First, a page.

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Queer as folk music: the legendary Janis Ian returns with an outstanding new ED, Folk Is the New Black, but while her songs cover many different issues, she's too busy having a successful same-sex marriage to sing about it.

At the height of civil rights fervor in the mid 1960s, when Janis Ian was just 15 years old, she sparked controversy with "Society's Child," her precocious lament for a forbidden love whose face shined "black as night." In the mid '70s, she scored a surprise hit with "At Seventeen," her sad shout-out to "ugly-duckling girls like me." The '80s were marked by a broken heterosexual marriage and a move to the songwriters' haven of Nashville, then in 1993 she came out as a lesbian, around the same time as those two other courageous pop music dykes, k.d. lang and Melissa Etheridge.

Now she's going back to her other natural roots: Greenwich Village and folk music. Her new CD--the 24th album of her 40-year recording career--is slyly titled Folk Is the New Black. "I just figured pink is the new black, green is the new black ... folk might as well be," says Ian on the phone from Tennessee, where she lives with Pat Snyder, her partner of 17 years--and wife of nearly three--who's an attorney as well as the illustrator of the slumped guitar on the new CD's cover. The album is less pure folk than simply stripped-down and unadorned Ian: She's accompanied only by guitar, bass, percussion, and organ. Ian's darkly resonant vocals--and she's kept her instrument in fine fettle--were recorded live.

The songs can't help but elaborate on standard folk fare. "I have a hard time writing a three-chord song, and I'm not great at writing sing-alongs," she says. "I think because I grew up on folk and jazz and classical, I tend to get more complex than most folksingers, and it's a tendency that, on an album like this, I have to watch because I really didn't want it to get complicated."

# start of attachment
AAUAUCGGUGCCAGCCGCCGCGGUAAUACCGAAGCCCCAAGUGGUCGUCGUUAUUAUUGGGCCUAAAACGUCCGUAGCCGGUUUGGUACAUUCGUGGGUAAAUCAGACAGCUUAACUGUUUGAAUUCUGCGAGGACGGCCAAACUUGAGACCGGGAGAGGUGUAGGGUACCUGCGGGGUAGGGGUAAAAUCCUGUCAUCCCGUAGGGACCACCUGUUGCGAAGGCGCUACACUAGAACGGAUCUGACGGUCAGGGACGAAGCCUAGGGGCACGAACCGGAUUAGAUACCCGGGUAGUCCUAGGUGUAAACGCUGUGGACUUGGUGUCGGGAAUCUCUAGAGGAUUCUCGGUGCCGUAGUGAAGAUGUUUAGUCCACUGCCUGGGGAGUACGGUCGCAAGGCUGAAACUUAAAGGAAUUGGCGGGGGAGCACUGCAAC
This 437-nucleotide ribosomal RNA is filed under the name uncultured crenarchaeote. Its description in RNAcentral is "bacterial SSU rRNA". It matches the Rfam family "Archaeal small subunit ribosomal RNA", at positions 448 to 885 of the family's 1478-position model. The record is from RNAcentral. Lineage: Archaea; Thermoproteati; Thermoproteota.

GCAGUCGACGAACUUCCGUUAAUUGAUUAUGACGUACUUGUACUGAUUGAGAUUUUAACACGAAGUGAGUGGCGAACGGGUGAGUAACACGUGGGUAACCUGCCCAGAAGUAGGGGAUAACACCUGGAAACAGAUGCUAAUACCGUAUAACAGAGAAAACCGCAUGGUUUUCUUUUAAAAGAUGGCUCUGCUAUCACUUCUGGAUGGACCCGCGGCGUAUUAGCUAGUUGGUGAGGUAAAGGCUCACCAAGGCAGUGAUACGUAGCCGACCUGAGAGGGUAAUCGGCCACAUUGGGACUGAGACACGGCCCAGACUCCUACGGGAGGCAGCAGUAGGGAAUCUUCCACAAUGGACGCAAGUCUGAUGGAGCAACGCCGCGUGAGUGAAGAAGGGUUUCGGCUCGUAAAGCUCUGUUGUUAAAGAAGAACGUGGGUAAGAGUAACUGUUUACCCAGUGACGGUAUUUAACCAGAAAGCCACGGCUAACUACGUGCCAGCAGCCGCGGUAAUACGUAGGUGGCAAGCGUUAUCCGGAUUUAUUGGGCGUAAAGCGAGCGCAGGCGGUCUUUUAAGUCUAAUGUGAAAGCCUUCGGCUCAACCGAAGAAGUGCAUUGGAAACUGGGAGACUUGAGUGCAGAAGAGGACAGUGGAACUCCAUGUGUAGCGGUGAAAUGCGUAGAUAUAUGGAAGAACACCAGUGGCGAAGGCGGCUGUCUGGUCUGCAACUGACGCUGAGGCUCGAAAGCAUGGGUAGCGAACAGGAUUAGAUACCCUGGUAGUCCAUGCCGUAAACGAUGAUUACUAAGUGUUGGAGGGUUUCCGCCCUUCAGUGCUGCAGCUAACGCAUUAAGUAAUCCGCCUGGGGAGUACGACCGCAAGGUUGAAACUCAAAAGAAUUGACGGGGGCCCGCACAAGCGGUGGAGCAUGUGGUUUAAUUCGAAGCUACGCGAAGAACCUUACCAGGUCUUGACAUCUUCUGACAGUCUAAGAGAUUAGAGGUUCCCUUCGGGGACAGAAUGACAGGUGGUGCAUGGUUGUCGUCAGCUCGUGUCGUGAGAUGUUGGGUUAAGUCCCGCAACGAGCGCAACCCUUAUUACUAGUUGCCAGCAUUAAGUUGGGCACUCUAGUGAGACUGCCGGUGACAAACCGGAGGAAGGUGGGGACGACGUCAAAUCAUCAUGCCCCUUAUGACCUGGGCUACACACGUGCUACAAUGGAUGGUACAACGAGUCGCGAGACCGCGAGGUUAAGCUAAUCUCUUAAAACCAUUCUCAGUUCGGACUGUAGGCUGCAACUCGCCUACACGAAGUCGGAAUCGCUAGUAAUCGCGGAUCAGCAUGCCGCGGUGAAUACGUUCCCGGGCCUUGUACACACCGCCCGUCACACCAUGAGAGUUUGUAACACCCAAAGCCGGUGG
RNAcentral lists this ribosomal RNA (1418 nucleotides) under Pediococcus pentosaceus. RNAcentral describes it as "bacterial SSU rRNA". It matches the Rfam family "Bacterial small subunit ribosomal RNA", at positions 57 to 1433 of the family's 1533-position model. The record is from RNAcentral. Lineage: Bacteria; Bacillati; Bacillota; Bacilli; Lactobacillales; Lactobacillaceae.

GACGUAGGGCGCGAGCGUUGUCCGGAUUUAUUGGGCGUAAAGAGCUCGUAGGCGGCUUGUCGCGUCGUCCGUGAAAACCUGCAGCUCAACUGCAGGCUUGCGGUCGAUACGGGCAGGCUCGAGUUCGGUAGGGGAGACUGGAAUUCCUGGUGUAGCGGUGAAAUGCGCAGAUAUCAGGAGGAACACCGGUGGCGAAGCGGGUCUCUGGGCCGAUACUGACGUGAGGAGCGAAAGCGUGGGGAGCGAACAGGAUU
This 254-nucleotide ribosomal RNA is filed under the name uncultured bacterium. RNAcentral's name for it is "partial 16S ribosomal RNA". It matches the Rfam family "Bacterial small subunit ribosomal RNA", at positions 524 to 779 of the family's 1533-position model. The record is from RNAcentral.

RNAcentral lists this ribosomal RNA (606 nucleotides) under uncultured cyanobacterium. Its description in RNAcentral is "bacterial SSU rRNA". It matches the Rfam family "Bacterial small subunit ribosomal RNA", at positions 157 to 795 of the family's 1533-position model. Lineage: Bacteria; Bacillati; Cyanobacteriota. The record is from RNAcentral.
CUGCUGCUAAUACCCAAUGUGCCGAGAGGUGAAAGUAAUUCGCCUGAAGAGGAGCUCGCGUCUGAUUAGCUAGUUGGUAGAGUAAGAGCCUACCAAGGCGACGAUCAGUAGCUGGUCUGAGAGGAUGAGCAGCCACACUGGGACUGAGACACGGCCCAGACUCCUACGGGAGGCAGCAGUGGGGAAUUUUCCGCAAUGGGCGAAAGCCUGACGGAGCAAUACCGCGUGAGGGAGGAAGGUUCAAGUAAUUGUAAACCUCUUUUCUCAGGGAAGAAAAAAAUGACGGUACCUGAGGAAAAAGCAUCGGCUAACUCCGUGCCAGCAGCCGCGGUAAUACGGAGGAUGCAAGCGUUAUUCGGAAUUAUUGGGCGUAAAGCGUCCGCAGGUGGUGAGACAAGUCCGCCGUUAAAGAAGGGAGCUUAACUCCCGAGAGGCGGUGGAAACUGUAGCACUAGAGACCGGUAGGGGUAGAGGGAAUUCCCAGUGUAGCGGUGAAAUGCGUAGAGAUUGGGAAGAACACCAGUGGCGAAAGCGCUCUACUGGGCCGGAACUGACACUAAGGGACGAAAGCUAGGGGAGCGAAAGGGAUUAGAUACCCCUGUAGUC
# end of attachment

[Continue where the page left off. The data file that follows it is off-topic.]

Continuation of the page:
On Folk, Ian turns a smart, jaundiced eye toward prejudice ("Danger Danger"), greed ("Haven't I Got Eyes"), war ("The Last Train"), love ("All Those Promises"), and even the autobiography she's going to write next year--on "My Autobiography" she sings, "I've led a fascinating life / Had a husband and a wife / But you will truly be amazed / At just how humble I've stayed." She still knows how to pluck heartstrings with beautiful melodies, especially on a song like "The Great Divide," and she offers an equal dollop of hope ("Joy") to balance out her well-aimed raps on today's deadliest lies and sins. Folk music, she affirms, never really goes out of style.

"I think that right now you've got a couple of generations that are pretty lost, in terms of any kind of North Star," Ian says, "and folk music is a good place to be lost. Folk music has always been the music the disenfranchised make, and the outlaws make, just like rock and roll."

About the only hot topic Ian doesn't touch on the new CD is same-sex marriage, but she covers that by example. "I think it's amazing what a good job the Christian right has done of diverting attention from other, more pressing issues by worrying about their children being infected with homosexuality," she points out. "It's like Pat says--I'm normal, and I treat myself and my relationship as normal. I think that for the thousands of people who see me onstage every year talking about my partner, who may not even realize I'm gay until they get to the show, that does a lot of good. Because all of a sudden, the person who wrote 'At Seventeen' isn't such an alien."

Kort is author of Soul Picnic: The Music and Passion of Laura Nyro.
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Title Annotation:MUSIC
Author:Kort, Michele
Publication:The Advocate (The national gay & lesbian newsmagazine)
Article Type:Sound recording review
Date:Mar 14, 2006
Words:594
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